My name is Jan Georgeson and I am Research Fellow in Early Education Development at Plymouth University. I taught in the early years sector from 1984, mainly working with children with special educational needs, and started the long journey towards an Ed.D in Educational Disadvantage and Special Educational Needs in 1998, researching in day nurseries and preschool playgroups.
I finally got there in 2006. Doing a doctorate part-time can be a lonely business, and meeting up with people at TACTYC events was very important, especially as there was no-one else working in early years on my course.
I’ve also been involved in several research projects on disability and children’s voice, and supporting parents as educators of very young children. I have a particular interest in practitioners taking vocational pathways into work in early years settings and have been involved with training and assessing candidates for Early Years Professional Status and then Early Years Teacher Status. I am also interested in using Activity Theory and Functional Linguistics to analyse organisation and interaction.
I found out about TACTYC from a colleague who told me about the friendly conferences that it organised. I then made the connection between TACTYC with its respected journal, Early Years. I applied to become an Assistant Editor, helping the main editors of Early Years with administrative tasks and am now one of the three main editors.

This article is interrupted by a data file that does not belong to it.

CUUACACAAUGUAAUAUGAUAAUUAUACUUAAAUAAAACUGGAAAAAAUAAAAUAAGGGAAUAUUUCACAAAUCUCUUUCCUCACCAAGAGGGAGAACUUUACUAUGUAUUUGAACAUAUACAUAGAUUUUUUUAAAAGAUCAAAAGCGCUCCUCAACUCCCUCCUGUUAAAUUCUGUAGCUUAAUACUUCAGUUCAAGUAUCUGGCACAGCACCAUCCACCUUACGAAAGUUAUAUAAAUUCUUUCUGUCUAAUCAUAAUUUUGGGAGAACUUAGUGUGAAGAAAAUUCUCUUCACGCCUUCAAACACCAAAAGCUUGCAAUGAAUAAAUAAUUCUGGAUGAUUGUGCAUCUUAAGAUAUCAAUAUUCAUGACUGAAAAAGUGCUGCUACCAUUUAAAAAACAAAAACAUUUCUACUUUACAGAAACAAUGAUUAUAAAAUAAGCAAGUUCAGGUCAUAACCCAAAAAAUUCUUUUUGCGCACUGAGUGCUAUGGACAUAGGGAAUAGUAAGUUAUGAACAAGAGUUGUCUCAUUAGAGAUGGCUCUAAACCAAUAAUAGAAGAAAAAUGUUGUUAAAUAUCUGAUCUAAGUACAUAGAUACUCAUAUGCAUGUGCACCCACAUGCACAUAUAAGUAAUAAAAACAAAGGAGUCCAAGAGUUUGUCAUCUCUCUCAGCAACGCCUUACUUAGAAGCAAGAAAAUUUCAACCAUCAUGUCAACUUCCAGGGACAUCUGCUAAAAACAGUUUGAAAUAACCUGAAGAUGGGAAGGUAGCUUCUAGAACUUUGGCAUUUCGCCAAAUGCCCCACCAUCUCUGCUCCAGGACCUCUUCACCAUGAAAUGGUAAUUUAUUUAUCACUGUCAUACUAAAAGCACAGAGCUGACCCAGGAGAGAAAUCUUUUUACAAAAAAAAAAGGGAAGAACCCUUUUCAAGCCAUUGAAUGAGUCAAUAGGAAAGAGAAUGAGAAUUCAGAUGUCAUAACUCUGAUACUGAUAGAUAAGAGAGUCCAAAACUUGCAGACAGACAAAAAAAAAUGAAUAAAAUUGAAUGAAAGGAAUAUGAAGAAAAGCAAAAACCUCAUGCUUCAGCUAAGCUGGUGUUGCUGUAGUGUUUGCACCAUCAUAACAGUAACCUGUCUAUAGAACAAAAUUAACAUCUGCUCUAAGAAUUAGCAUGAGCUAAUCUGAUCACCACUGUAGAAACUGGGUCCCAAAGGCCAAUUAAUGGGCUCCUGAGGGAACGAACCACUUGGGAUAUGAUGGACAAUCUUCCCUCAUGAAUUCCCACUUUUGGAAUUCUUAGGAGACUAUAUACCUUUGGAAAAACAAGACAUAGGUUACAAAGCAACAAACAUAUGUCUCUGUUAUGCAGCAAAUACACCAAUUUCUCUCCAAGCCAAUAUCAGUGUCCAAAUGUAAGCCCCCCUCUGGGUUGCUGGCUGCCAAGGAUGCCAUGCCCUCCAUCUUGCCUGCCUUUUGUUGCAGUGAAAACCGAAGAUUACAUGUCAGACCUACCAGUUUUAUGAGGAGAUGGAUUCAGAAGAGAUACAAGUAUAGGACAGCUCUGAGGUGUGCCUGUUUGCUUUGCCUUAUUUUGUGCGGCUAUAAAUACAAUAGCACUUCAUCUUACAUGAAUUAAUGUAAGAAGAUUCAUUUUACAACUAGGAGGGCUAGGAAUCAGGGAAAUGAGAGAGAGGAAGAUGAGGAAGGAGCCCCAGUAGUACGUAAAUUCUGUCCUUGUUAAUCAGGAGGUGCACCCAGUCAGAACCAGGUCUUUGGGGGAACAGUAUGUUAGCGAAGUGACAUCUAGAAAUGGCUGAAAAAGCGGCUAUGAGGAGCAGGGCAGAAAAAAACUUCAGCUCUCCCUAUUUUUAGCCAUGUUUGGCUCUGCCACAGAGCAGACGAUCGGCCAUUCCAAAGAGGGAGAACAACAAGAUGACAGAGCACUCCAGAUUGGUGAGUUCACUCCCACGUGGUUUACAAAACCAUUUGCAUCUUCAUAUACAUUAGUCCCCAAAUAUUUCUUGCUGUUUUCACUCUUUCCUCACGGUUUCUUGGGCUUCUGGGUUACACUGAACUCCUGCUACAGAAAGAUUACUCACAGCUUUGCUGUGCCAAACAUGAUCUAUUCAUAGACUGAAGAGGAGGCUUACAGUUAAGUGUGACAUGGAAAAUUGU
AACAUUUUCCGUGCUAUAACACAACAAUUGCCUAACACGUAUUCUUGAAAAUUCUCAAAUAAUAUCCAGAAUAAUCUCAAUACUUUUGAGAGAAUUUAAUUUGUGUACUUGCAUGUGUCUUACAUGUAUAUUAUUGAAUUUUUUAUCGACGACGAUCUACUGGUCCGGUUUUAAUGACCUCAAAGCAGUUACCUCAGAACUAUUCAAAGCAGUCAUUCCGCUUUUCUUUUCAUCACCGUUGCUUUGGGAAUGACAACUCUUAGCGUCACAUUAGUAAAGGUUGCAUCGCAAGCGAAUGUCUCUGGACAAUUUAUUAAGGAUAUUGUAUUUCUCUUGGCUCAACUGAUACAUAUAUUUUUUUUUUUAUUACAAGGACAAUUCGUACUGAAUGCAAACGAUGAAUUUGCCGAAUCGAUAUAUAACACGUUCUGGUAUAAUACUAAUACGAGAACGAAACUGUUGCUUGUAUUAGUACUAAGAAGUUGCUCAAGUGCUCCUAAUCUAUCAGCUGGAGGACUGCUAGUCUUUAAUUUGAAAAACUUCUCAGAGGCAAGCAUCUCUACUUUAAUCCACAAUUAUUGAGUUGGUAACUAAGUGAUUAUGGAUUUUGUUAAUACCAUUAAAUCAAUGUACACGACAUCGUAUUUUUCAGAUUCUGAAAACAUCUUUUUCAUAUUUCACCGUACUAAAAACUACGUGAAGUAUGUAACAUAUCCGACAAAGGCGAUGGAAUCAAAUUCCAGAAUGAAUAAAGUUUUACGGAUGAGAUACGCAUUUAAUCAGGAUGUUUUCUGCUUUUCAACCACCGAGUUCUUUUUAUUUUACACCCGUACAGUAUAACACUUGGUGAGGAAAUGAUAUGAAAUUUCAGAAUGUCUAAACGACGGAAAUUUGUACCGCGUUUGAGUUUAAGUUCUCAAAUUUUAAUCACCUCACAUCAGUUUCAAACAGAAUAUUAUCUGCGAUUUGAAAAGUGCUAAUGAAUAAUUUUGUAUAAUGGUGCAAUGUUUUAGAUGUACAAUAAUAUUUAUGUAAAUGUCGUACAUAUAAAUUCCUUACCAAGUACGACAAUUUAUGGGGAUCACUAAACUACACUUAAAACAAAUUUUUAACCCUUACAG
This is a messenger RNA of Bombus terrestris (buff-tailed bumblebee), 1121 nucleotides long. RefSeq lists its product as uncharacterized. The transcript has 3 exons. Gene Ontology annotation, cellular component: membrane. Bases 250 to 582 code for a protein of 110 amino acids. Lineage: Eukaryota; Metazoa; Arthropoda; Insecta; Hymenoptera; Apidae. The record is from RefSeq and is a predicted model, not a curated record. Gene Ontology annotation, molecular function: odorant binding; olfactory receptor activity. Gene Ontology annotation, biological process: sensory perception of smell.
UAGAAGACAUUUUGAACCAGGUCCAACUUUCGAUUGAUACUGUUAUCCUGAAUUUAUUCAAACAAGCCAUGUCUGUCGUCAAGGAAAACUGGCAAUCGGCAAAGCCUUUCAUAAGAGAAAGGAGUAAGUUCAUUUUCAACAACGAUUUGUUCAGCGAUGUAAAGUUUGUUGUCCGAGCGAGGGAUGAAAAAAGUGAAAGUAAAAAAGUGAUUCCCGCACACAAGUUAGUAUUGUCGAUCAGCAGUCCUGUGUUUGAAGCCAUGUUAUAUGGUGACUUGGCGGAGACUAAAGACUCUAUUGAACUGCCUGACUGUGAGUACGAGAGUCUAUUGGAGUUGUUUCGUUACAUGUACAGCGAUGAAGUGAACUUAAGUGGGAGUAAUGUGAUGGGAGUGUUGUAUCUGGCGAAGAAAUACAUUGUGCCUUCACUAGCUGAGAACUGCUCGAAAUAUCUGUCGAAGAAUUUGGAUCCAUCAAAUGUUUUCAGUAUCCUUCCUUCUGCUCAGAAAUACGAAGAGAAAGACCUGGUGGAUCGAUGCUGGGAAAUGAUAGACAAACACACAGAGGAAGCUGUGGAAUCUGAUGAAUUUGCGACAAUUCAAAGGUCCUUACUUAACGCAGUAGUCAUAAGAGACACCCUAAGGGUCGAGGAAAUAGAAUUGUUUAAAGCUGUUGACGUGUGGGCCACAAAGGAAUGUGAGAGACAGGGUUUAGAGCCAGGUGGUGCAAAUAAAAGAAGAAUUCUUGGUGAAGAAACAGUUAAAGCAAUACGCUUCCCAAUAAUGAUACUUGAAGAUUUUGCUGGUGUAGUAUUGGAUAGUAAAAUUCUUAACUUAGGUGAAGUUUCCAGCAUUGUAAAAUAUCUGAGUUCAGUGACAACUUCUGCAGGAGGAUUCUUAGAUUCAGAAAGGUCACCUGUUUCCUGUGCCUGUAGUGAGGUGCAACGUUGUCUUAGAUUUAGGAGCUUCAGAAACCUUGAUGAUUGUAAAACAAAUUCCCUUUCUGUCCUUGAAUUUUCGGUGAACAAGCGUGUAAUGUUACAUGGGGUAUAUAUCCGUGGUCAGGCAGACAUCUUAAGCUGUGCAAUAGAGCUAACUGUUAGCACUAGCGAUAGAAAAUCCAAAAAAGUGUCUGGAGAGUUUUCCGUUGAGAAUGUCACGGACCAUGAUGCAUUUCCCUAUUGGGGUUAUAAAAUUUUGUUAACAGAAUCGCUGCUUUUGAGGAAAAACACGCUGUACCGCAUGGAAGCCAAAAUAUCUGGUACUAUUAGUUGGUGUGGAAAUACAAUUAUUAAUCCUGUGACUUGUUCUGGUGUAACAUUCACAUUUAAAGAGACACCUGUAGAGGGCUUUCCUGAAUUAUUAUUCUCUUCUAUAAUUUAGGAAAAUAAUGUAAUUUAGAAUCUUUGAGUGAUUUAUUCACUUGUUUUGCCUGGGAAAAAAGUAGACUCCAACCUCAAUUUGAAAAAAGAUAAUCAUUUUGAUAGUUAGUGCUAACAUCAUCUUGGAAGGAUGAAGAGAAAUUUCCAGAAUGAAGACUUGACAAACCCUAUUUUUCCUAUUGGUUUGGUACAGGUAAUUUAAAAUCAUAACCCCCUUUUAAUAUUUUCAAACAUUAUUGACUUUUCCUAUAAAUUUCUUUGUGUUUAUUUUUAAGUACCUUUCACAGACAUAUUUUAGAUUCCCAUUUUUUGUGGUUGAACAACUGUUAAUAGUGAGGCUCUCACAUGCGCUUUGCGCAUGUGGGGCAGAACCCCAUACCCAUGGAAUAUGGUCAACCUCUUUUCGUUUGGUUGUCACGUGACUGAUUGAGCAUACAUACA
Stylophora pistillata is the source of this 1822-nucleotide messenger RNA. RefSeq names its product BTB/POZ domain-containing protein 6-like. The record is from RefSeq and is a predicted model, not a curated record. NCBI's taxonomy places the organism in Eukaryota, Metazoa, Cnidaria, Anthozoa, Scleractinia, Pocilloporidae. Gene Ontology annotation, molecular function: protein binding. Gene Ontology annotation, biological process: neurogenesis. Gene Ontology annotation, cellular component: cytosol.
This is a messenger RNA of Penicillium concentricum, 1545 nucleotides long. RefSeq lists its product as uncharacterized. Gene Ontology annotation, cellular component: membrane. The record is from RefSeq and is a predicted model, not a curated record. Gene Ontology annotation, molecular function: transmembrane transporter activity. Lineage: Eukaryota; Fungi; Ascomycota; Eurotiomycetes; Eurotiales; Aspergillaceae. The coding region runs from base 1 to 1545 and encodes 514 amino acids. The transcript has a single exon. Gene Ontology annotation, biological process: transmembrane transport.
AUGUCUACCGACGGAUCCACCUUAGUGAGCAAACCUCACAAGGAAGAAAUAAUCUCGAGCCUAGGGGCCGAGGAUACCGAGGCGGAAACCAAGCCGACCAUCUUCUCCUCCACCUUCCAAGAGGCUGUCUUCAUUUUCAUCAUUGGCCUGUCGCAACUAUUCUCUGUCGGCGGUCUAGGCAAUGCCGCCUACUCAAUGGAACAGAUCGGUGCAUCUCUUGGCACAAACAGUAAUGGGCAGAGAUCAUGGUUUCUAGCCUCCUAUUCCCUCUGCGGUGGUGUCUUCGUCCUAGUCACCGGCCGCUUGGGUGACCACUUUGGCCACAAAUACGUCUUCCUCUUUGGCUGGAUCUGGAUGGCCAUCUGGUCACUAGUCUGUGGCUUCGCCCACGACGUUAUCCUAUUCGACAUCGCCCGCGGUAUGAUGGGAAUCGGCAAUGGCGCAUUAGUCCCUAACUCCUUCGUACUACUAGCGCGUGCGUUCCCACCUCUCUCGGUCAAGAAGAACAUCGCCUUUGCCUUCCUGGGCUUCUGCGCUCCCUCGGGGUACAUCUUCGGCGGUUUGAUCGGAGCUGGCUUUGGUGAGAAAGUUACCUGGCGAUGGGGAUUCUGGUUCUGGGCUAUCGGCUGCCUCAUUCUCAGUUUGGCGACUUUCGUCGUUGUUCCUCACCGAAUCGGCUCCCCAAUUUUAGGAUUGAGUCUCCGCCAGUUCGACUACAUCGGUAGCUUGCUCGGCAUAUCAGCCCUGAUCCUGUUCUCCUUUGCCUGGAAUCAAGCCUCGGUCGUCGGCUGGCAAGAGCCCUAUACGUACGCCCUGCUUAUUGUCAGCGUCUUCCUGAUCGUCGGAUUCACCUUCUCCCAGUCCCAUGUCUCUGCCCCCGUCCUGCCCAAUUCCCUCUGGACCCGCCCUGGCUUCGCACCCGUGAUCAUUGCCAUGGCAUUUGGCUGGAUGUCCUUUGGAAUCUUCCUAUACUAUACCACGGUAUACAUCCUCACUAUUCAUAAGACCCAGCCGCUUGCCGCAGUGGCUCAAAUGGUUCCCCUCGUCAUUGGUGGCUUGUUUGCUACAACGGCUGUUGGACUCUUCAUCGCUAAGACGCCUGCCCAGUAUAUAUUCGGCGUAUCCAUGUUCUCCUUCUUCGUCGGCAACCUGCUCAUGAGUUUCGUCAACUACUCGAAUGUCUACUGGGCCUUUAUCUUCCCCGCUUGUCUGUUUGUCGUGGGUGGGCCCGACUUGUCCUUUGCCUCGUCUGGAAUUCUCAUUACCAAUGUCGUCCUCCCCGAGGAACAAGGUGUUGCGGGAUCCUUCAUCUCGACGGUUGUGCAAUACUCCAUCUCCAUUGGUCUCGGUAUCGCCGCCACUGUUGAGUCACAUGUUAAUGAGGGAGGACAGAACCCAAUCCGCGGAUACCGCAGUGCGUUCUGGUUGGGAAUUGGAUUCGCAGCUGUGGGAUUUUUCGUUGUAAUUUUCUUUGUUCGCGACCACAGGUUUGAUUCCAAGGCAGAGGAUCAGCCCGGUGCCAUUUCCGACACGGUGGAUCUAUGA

I have recently been elected chair of TACTYC and delighted to be able to play another role in the important work TACTYC does in keeping early years issues at the forefront of policy and training decisions.
After completing a degree in English Language and Literature I was fortunate enough to be able to take a Nursery PGCE course in Bristol which allowed me to specialise in working with 3-4 year old children. I thoroughly enjoyed working as a nursery and reception class teacher before I moved to Exmouth to take up a post at Plymouth University where I helped to develop BEd, BA, PGCE and MA programmes in Early Childhood Studies. I worked with a great ECS team at Plymouth and, between 2004 and 2015, we produced four editions of Early Childhood Studies: an introduction to the study of children’s worlds and children’s lives (Sage/Learning Matters).
My main areas of interest are early child development, the beginnings of communication and the role of playfulness, both in childhood and throughout life. I have written various chapters and articles on these subjects and co-edited a four volume collection of research in Early Years Education (Routledge 2007). I also edited Meeting the child in Steiner kindergartens: an exploration of beliefs, values and practices (Routledge, 2011). After I retired in 2017 I was able to complete a PhD on the basis of published works, entitled ‘Meeting and Minding: early interactions and learning who we are’.